Mobile application to cater for people with vision problems

21 10 2013

Only with own a Smartphone hardware, Peek allows physicians to perform visual acuity test, distinction of colours, depth of field and contrast sensitivity. In addition, makes it possible to examine cataract and cornea.

Developed by scientists at the International Centre for eye health, of United Kingdom, Peek (Portable Visual examination) It is a mobile application that works with a smartphone hardware.

According to statistics, estimated by the World Health Organization (WHO) in June of 2012, 285 millions of people in the world are blind or have certain limitations in vision. However, four of every five cases are preventable.

But the 90% those affected come from emerging countries developing and do not have the economic tools to access an ophthalmologist.

In search of a solution, the developers created the application to access remote areas and reduce the inequality gap. In this sense, Peek allows physicians to perform visual acuity test, distinction of colours, depth of field and contrast sensitivity, primarily designed for patients who live away from the specialized centers. In addition, makes it possible to examine cataract and cornea.

It is interesting to note that the application of portable visual examination uses a smart cell phone resources. The camera makes it possible to take pictures that will be then judged in London, a variable-size letter appears on the screen and is used to check the vision, and phone flash illuminates the bottom of the eye and the retina to rule out diseases. In synthesis: low-cost technology, as the value of the equipment does not exceed the 500 $.

Like this, recruited data are recorded on cards that are customized according to each patient. This information, at the same time, It can be Geolocated and consulted by professionals from other regions.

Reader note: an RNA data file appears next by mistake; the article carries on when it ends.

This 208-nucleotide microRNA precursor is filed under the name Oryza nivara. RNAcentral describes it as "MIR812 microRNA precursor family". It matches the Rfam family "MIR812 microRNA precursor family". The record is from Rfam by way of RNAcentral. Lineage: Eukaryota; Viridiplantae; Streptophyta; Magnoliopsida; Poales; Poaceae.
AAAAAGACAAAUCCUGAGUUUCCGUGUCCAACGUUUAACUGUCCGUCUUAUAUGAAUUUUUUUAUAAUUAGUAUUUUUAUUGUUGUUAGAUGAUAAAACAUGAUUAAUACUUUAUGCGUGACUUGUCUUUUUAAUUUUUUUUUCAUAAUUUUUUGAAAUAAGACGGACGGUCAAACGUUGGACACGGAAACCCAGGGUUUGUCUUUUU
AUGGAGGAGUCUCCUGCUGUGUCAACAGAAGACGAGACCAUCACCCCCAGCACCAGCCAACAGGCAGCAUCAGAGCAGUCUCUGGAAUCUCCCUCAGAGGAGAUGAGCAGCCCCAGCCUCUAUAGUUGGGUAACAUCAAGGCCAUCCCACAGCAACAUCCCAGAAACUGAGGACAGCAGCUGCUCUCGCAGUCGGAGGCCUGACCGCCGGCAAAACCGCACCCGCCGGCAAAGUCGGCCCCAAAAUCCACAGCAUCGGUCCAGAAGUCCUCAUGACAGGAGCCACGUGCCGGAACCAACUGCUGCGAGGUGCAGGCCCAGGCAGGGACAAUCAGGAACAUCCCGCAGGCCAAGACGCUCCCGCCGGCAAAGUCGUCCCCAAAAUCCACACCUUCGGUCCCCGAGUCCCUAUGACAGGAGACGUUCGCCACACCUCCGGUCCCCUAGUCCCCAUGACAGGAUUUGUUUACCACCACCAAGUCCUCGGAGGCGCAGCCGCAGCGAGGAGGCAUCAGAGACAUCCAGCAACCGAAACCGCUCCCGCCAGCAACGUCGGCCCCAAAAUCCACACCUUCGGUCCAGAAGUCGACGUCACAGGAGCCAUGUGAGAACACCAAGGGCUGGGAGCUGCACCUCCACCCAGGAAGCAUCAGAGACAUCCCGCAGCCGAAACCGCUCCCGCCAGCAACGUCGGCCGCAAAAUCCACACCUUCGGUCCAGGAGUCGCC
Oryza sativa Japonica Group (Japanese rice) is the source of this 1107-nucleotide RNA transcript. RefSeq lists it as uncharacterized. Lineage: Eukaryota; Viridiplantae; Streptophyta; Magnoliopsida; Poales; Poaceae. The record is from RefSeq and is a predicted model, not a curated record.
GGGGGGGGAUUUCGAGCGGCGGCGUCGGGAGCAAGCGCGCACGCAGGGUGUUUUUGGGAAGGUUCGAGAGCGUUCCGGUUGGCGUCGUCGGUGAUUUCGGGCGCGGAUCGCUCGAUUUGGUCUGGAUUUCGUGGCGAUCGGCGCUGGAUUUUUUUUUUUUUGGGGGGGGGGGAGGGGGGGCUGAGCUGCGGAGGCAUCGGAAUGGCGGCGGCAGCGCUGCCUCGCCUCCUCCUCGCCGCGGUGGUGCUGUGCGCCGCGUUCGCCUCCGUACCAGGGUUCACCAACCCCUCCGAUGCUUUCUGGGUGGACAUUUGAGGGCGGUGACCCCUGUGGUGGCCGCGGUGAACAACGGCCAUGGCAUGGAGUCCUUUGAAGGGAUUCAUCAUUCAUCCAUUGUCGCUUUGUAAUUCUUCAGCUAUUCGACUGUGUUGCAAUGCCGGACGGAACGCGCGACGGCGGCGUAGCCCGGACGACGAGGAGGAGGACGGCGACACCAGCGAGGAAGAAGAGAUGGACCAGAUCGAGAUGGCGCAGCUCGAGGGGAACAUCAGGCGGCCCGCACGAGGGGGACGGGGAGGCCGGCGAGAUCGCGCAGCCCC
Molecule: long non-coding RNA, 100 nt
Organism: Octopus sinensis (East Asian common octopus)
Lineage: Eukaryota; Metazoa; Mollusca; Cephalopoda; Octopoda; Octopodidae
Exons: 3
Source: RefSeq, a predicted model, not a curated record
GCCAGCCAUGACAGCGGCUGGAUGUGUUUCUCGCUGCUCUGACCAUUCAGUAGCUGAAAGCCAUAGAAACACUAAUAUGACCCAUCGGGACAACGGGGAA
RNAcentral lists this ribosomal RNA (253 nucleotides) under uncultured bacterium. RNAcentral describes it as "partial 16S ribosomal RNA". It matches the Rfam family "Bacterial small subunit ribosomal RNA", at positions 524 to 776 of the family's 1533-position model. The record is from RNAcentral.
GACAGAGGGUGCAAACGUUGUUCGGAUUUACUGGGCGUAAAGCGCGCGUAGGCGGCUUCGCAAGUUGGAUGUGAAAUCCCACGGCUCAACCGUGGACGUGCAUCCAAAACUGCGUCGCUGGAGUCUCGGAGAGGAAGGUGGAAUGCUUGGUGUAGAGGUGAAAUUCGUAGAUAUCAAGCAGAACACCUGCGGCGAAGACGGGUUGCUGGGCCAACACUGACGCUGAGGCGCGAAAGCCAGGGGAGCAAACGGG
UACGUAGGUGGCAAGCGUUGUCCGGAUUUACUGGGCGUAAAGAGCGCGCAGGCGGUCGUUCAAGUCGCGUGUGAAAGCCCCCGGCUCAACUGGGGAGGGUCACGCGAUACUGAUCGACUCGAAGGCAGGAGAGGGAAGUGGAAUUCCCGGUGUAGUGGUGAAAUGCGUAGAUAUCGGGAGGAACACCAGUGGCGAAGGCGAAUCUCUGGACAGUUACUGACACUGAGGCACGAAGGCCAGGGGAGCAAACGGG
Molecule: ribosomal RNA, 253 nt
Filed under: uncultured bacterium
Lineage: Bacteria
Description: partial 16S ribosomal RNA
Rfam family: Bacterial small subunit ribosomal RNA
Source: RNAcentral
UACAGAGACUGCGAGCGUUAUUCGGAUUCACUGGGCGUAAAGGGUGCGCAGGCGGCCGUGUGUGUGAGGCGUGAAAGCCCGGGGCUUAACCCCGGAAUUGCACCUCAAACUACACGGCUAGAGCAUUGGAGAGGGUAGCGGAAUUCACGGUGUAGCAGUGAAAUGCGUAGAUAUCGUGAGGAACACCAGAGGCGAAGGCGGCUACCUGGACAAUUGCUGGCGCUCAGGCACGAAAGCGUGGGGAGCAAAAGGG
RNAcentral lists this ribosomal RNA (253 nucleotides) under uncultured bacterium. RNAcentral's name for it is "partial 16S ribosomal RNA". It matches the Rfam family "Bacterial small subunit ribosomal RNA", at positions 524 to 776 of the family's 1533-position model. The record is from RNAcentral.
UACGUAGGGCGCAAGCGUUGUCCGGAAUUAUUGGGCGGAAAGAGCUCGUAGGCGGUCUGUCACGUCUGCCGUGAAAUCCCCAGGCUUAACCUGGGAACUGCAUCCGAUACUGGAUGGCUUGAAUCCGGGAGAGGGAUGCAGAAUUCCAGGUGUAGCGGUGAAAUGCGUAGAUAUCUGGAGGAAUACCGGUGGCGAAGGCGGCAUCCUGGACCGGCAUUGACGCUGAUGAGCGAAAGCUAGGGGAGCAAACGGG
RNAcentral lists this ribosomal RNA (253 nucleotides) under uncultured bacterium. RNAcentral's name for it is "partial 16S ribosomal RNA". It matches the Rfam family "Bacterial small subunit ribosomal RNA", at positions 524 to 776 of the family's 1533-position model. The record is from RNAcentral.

Currently, a research team led by the ophthalmologist Andrew Bastawrous, the Faculty of the London School of Tropical Medicine and hygiene, It is conducting a pilot test in Kenya and Antarctica.

"The patients who need it most never will reach a hospital because they are out of reach. They do not have income to pay for transportation, "so we need a way of reaching them", told the BBC Bastawrous. And then, in reference to the procedure of consultations, added: "We can do using these techniques is to go to the House of patients, to examine them and give them an immediate diagnosis at the gates of their homes".

For its part, Peter Ackland, the International Agency for prevention of blindness, said: "Peek is a tool with a huge potential to change the game."Source: Peek Vision and BBC

 

 

 

Ehealthreporter.com [en línea] Chicago, IL (USA): ehealthreporter.com, 21 October of 2013 [REF. 10 de septiembre de 2013] Available on Internet: http://es/noticia/verNoticia/2770/una-aplicacion-movil-permite-atender-a-personas-de-paises-emergentes-con-problemas-de-vision www.ehealthreporter.com/-


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